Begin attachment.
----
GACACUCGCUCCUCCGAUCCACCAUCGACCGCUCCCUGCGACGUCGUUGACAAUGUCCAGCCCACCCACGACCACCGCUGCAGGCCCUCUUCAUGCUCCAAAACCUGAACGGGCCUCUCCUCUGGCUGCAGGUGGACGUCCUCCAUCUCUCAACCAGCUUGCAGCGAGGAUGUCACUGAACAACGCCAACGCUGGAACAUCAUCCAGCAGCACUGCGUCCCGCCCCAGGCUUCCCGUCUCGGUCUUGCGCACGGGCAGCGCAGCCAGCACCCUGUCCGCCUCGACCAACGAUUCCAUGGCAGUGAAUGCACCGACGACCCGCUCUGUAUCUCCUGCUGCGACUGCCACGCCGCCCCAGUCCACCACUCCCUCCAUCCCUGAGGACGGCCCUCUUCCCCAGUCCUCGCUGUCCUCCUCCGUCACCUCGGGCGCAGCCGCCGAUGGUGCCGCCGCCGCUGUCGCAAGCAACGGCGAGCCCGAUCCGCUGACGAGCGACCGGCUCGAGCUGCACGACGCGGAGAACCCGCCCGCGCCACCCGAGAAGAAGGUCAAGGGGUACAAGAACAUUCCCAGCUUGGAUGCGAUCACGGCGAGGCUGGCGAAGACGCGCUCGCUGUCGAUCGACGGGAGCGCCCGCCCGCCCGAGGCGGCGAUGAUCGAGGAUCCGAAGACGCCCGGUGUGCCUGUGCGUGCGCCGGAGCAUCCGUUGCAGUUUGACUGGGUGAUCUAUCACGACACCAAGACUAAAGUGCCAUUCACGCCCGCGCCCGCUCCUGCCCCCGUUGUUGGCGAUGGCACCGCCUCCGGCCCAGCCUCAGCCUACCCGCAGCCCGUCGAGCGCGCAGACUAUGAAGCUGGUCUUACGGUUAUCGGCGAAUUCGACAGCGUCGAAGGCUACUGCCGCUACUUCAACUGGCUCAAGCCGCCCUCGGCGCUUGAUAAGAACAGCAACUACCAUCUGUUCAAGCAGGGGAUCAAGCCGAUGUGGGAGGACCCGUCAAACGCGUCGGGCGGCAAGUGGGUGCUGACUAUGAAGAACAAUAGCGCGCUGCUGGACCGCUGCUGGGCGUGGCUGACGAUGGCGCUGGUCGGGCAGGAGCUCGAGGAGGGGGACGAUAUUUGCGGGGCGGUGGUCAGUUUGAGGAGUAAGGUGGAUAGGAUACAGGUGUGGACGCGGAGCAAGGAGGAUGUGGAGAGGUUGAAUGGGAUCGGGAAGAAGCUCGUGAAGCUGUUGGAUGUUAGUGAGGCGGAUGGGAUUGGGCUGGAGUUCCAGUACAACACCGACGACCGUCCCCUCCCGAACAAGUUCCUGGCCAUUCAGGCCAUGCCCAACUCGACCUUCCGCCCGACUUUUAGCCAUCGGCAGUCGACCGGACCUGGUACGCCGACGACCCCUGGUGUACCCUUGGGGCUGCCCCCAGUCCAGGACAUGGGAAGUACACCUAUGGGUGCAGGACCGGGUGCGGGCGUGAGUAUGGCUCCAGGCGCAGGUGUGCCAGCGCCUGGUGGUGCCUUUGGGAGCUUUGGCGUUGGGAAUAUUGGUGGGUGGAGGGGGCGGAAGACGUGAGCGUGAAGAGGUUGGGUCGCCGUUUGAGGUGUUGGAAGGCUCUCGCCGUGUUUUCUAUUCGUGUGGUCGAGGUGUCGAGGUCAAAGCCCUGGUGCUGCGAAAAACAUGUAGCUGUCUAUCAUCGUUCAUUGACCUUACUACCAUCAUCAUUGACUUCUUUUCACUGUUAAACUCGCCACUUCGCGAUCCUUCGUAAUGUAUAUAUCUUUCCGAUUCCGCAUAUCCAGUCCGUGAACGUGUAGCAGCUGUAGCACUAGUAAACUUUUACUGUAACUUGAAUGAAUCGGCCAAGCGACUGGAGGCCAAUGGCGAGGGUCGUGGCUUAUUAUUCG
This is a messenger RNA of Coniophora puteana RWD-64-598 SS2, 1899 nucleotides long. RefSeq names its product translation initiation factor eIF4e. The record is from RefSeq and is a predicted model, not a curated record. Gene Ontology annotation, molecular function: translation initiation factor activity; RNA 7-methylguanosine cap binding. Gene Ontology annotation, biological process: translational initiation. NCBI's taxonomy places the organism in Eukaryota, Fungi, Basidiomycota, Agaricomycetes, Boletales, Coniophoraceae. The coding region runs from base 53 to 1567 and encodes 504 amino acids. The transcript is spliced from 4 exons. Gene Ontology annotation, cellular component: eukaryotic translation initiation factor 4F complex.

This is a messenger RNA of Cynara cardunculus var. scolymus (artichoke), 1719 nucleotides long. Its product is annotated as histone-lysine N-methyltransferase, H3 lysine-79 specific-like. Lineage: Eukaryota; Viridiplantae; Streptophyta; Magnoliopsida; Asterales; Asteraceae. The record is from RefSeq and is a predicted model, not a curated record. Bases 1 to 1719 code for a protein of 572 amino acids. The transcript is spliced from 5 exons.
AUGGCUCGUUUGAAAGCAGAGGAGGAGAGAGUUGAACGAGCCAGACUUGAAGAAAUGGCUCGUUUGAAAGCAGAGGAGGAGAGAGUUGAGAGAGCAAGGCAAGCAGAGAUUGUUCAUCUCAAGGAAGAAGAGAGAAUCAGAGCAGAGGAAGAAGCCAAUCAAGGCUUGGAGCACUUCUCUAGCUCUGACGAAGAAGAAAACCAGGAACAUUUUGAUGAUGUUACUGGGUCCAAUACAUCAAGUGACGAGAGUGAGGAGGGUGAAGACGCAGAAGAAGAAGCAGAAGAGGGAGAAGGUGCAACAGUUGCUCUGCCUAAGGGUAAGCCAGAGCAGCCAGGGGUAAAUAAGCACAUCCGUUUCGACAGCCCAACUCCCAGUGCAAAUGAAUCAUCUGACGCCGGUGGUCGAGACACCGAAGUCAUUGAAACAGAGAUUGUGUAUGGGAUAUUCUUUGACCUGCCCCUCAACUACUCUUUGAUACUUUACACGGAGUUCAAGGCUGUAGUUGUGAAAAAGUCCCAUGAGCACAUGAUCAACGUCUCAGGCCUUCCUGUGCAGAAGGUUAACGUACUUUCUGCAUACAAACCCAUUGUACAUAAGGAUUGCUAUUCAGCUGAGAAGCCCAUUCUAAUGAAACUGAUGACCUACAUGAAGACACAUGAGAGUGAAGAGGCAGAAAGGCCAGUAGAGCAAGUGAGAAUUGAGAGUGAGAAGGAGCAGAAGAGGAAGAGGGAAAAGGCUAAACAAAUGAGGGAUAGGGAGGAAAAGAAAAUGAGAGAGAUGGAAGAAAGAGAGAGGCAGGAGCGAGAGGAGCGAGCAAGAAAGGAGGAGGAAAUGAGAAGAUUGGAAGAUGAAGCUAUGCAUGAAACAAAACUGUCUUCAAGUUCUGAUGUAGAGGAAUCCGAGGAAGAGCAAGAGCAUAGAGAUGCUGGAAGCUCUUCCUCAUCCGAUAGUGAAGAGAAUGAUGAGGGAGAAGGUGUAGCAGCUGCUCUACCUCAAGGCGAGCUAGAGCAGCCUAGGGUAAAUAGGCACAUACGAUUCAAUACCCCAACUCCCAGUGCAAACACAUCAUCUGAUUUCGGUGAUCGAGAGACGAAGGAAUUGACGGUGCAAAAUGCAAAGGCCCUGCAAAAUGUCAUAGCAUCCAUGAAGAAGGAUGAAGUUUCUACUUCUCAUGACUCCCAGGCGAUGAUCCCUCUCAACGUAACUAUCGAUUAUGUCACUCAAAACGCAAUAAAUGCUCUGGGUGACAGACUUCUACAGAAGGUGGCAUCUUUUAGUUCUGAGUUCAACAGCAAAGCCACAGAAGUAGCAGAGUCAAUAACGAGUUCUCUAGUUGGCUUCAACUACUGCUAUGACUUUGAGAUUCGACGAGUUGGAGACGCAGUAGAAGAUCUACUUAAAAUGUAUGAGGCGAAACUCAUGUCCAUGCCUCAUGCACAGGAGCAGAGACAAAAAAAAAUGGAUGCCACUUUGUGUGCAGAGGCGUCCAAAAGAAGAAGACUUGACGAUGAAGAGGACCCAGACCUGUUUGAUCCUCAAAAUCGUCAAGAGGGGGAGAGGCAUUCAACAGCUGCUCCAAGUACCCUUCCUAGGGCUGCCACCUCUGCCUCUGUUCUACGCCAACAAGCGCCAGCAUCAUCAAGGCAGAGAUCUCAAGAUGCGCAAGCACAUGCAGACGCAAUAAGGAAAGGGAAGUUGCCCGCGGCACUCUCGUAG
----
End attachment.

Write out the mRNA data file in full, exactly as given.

GACACUCGCUCCUCCGAUCCACCAUCGACCGCUCCCUGCGACGUCGUUGACAAUGUCCAGCCCACCCACGACCACCGCUGCAGGCCCUCUUCAUGCUCCAAAACCUGAACGGGCCUCUCCUCUGGCUGCAGGUGGACGUCCUCCAUCUCUCAACCAGCUUGCAGCGAGGAUGUCACUGAACAACGCCAACGCUGGAACAUCAUCCAGCAGCACUGCGUCCCGCCCCAGGCUUCCCGUCUCGGUCUUGCGCACGGGCAGCGCAGCCAGCACCCUGUCCGCCUCGACCAACGAUUCCAUGGCAGUGAAUGCACCGACGACCCGCUCUGUAUCUCCUGCUGCGACUGCCACGCCGCCCCAGUCCACCACUCCCUCCAUCCCUGAGGACGGCCCUCUUCCCCAGUCCUCGCUGUCCUCCUCCGUCACCUCGGGCGCAGCCGCCGAUGGUGCCGCCGCCGCUGUCGCAAGCAACGGCGAGCCCGAUCCGCUGACGAGCGACCGGCUCGAGCUGCACGACGCGGAGAACCCGCCCGCGCCACCCGAGAAGAAGGUCAAGGGGUACAAGAACAUUCCCAGCUUGGAUGCGAUCACGGCGAGGCUGGCGAAGACGCGCUCGCUGUCGAUCGACGGGAGCGCCCGCCCGCCCGAGGCGGCGAUGAUCGAGGAUCCGAAGACGCCCGGUGUGCCUGUGCGUGCGCCGGAGCAUCCGUUGCAGUUUGACUGGGUGAUCUAUCACGACACCAAGACUAAAGUGCCAUUCACGCCCGCGCCCGCUCCUGCCCCCGUUGUUGGCGAUGGCACCGCCUCCGGCCCAGCCUCAGCCUACCCGCAGCCCGUCGAGCGCGCAGACUAUGAAGCUGGUCUUACGGUUAUCGGCGAAUUCGACAGCGUCGAAGGCUACUGCCGCUACUUCAACUGGCUCAAGCCGCCCUCGGCGCUUGAUAAGAACAGCAACUACCAUCUGUUCAAGCAGGGGAUCAAGCCGAUGUGGGAGGACCCGUCAAACGCGUCGGGCGGCAAGUGGGUGCUGACUAUGAAGAACAAUAGCGCGCUGCUGGACCGCUGCUGGGCGUGGCUGACGAUGGCGCUGGUCGGGCAGGAGCUCGAGGAGGGGGACGAUAUUUGCGGGGCGGUGGUCAGUUUGAGGAGUAAGGUGGAUAGGAUACAGGUGUGGACGCGGAGCAAGGAGGAUGUGGAGAGGUUGAAUGGGAUCGGGAAGAAGCUCGUGAAGCUGUUGGAUGUUAGUGAGGCGGAUGGGAUUGGGCUGGAGUUCCAGUACAACACCGACGACCGUCCCCUCCCGAACAAGUUCCUGGCCAUUCAGGCCAUGCCCAACUCGACCUUCCGCCCGACUUUUAGCCAUCGGCAGUCGACCGGACCUGGUACGCCGACGACCCCUGGUGUACCCUUGGGGCUGCCCCCAGUCCAGGACAUGGGAAGUACACCUAUGGGUGCAGGACCGGGUGCGGGCGUGAGUAUGGCUCCAGGCGCAGGUGUGCCAGCGCCUGGUGGUGCCUUUGGGAGCUUUGGCGUUGGGAAUAUUGGUGGGUGGAGGGGGCGGAAGACGUGAGCGUGAAGAGGUUGGGUCGCCGUUUGAGGUGUUGGAAGGCUCUCGCCGUGUUUUCUAUUCGUGUGGUCGAGGUGUCGAGGUCAAAGCCCUGGUGCUGCGAAAAACAUGUAGCUGUCUAUCAUCGUUCAUUGACCUUACUACCAUCAUCAUUGACUUCUUUUCACUGUUAAACUCGCCACUUCGCGAUCCUUCGUAAUGUAUAUAUCUUUCCGAUUCCGCAUAUCCAGUCCGUGAACGUGUAGCAGCUGUAGCACUAGUAAACUUUUACUGUAACUUGAAUGAAUCGGCCAAGCGACUGGAGGCCAAUGGCGAGGGUCGUGGCUUAUUAUUCG
This is a messenger RNA of Coniophora puteana RWD-64-598 SS2, 1899 nucleotides long. RefSeq names its product translation initiation factor eIF4e. The record is from RefSeq and is a predicted model, not a curated record. Gene Ontology annotation, molecular function: translation initiation factor activity; RNA 7-methylguanosine cap binding. Gene Ontology annotation, biological process: translational initiation. NCBI's taxonomy places the organism in Eukaryota, Fungi, Basidiomycota, Agaricomycetes, Boletales, Coniophoraceae. The coding region runs from base 53 to 1567 and encodes 504 amino acids. The transcript is spliced from 4 exons. Gene Ontology annotation, cellular component: eukaryotic translation initiation factor 4F complex.

This is a messenger RNA of Cynara cardunculus var. scolymus (artichoke), 1719 nucleotides long. Its product is annotated as histone-lysine N-methyltransferase, H3 lysine-79 specific-like. Lineage: Eukaryota; Viridiplantae; Streptophyta; Magnoliopsida; Asterales; Asteraceae. The record is from RefSeq and is a predicted model, not a curated record. Bases 1 to 1719 code for a protein of 572 amino acids. The transcript is spliced from 5 exons.
AUGGCUCGUUUGAAAGCAGAGGAGGAGAGAGUUGAACGAGCCAGACUUGAAGAAAUGGCUCGUUUGAAAGCAGAGGAGGAGAGAGUUGAGAGAGCAAGGCAAGCAGAGAUUGUUCAUCUCAAGGAAGAAGAGAGAAUCAGAGCAGAGGAAGAAGCCAAUCAAGGCUUGGAGCACUUCUCUAGCUCUGACGAAGAAGAAAACCAGGAACAUUUUGAUGAUGUUACUGGGUCCAAUACAUCAAGUGACGAGAGUGAGGAGGGUGAAGACGCAGAAGAAGAAGCAGAAGAGGGAGAAGGUGCAACAGUUGCUCUGCCUAAGGGUAAGCCAGAGCAGCCAGGGGUAAAUAAGCACAUCCGUUUCGACAGCCCAACUCCCAGUGCAAAUGAAUCAUCUGACGCCGGUGGUCGAGACACCGAAGUCAUUGAAACAGAGAUUGUGUAUGGGAUAUUCUUUGACCUGCCCCUCAACUACUCUUUGAUACUUUACACGGAGUUCAAGGCUGUAGUUGUGAAAAAGUCCCAUGAGCACAUGAUCAACGUCUCAGGCCUUCCUGUGCAGAAGGUUAACGUACUUUCUGCAUACAAACCCAUUGUACAUAAGGAUUGCUAUUCAGCUGAGAAGCCCAUUCUAAUGAAACUGAUGACCUACAUGAAGACACAUGAGAGUGAAGAGGCAGAAAGGCCAGUAGAGCAAGUGAGAAUUGAGAGUGAGAAGGAGCAGAAGAGGAAGAGGGAAAAGGCUAAACAAAUGAGGGAUAGGGAGGAAAAGAAAAUGAGAGAGAUGGAAGAAAGAGAGAGGCAGGAGCGAGAGGAGCGAGCAAGAAAGGAGGAGGAAAUGAGAAGAUUGGAAGAUGAAGCUAUGCAUGAAACAAAACUGUCUUCAAGUUCUGAUGUAGAGGAAUCCGAGGAAGAGCAAGAGCAUAGAGAUGCUGGAAGCUCUUCCUCAUCCGAUAGUGAAGAGAAUGAUGAGGGAGAAGGUGUAGCAGCUGCUCUACCUCAAGGCGAGCUAGAGCAGCCUAGGGUAAAUAGGCACAUACGAUUCAAUACCCCAACUCCCAGUGCAAACACAUCAUCUGAUUUCGGUGAUCGAGAGACGAAGGAAUUGACGGUGCAAAAUGCAAAGGCCCUGCAAAAUGUCAUAGCAUCCAUGAAGAAGGAUGAAGUUUCUACUUCUCAUGACUCCCAGGCGAUGAUCCCUCUCAACGUAACUAUCGAUUAUGUCACUCAAAACGCAAUAAAUGCUCUGGGUGACAGACUUCUACAGAAGGUGGCAUCUUUUAGUUCUGAGUUCAACAGCAAAGCCACAGAAGUAGCAGAGUCAAUAACGAGUUCUCUAGUUGGCUUCAACUACUGCUAUGACUUUGAGAUUCGACGAGUUGGAGACGCAGUAGAAGAUCUACUUAAAAUGUAUGAGGCGAAACUCAUGUCCAUGCCUCAUGCACAGGAGCAGAGACAAAAAAAAAUGGAUGCCACUUUGUGUGCAGAGGCGUCCAAAAGAAGAAGACUUGACGAUGAAGAGGACCCAGACCUGUUUGAUCCUCAAAAUCGUCAAGAGGGGGAGAGGCAUUCAACAGCUGCUCCAAGUACCCUUCCUAGGGCUGCCACCUCUGCCUCUGUUCUACGCCAACAAGCGCCAGCAUCAUCAAGGCAGAGAUCUCAAGAUGCGCAAGCACAUGCAGACGCAAUAAGGAAAGGGAAGUUGCCCGCGGCACUCUCGUAG